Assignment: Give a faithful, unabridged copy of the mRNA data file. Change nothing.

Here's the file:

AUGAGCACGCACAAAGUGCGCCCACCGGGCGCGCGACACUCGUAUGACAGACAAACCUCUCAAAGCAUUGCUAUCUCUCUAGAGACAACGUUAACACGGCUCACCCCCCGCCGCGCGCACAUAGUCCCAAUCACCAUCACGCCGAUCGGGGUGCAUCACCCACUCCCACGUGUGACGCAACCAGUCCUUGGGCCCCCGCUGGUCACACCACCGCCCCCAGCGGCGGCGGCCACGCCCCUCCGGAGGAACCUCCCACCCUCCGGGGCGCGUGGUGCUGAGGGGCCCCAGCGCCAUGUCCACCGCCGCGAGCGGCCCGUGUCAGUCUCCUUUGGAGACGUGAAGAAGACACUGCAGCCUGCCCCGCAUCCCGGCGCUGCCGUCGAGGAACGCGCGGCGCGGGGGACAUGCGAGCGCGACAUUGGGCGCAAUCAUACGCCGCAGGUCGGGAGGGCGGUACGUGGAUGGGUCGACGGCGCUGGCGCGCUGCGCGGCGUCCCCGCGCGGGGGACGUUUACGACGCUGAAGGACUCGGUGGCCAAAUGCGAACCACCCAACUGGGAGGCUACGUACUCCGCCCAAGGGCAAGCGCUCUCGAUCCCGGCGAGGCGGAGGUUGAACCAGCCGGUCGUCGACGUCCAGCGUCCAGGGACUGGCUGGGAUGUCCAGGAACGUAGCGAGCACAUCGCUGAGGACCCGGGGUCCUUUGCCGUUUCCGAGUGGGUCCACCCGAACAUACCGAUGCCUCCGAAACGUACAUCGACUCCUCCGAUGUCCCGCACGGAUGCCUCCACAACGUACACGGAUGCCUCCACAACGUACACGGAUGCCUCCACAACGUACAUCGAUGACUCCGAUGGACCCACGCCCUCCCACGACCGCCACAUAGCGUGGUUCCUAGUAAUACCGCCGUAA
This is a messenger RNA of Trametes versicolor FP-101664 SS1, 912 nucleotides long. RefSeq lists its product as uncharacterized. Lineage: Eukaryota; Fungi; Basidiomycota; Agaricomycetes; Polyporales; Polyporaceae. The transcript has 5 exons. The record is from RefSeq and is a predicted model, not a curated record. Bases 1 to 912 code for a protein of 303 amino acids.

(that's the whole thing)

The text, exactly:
AUGAGCACGCACAAAGUGCGCCCACCGGGCGCGCGACACUCGUAUGACAGACAAACCUCUCAAAGCAUUGCUAUCUCUCUAGAGACAACGUUAACACGGCUCACCCCCCGCCGCGCGCACAUAGUCCCAAUCACCAUCACGCCGAUCGGGGUGCAUCACCCACUCCCACGUGUGACGCAACCAGUCCUUGGGCCCCCGCUGGUCACACCACCGCCCCCAGCGGCGGCGGCCACGCCCCUCCGGAGGAACCUCCCACCCUCCGGGGCGCGUGGUGCUGAGGGGCCCCAGCGCCAUGUCCACCGCCGCGAGCGGCCCGUGUCAGUCUCCUUUGGAGACGUGAAGAAGACACUGCAGCCUGCCCCGCAUCCCGGCGCUGCCGUCGAGGAACGCGCGGCGCGGGGGACAUGCGAGCGCGACAUUGGGCGCAAUCAUACGCCGCAGGUCGGGAGGGCGGUACGUGGAUGGGUCGACGGCGCUGGCGCGCUGCGCGGCGUCCCCGCGCGGGGGACGUUUACGACGCUGAAGGACUCGGUGGCCAAAUGCGAACCACCCAACUGGGAGGCUACGUACUCCGCCCAAGGGCAAGCGCUCUCGAUCCCGGCGAGGCGGAGGUUGAACCAGCCGGUCGUCGACGUCCAGCGUCCAGGGACUGGCUGGGAUGUCCAGGAACGUAGCGAGCACAUCGCUGAGGACCCGGGGUCCUUUGCCGUUUCCGAGUGGGUCCACCCGAACAUACCGAUGCCUCCGAAACGUACAUCGACUCCUCCGAUGUCCCGCACGGAUGCCUCCACAACGUACACGGAUGCCUCCACAACGUACACGGAUGCCUCCACAACGUACAUCGAUGACUCCGAUGGACCCACGCCCUCCCACGACCGCCACAUAGCGUGGUUCCUAGUAAUACCGCCGUAA
This is a messenger RNA of Trametes versicolor FP-101664 SS1, 912 nucleotides long. RefSeq lists its product as uncharacterized. Lineage: Eukaryota; Fungi; Basidiomycota; Agaricomycetes; Polyporales; Polyporaceae. The transcript has 5 exons. The record is from RefSeq and is a predicted model, not a curated record. Bases 1 to 912 code for a protein of 303 amino acids.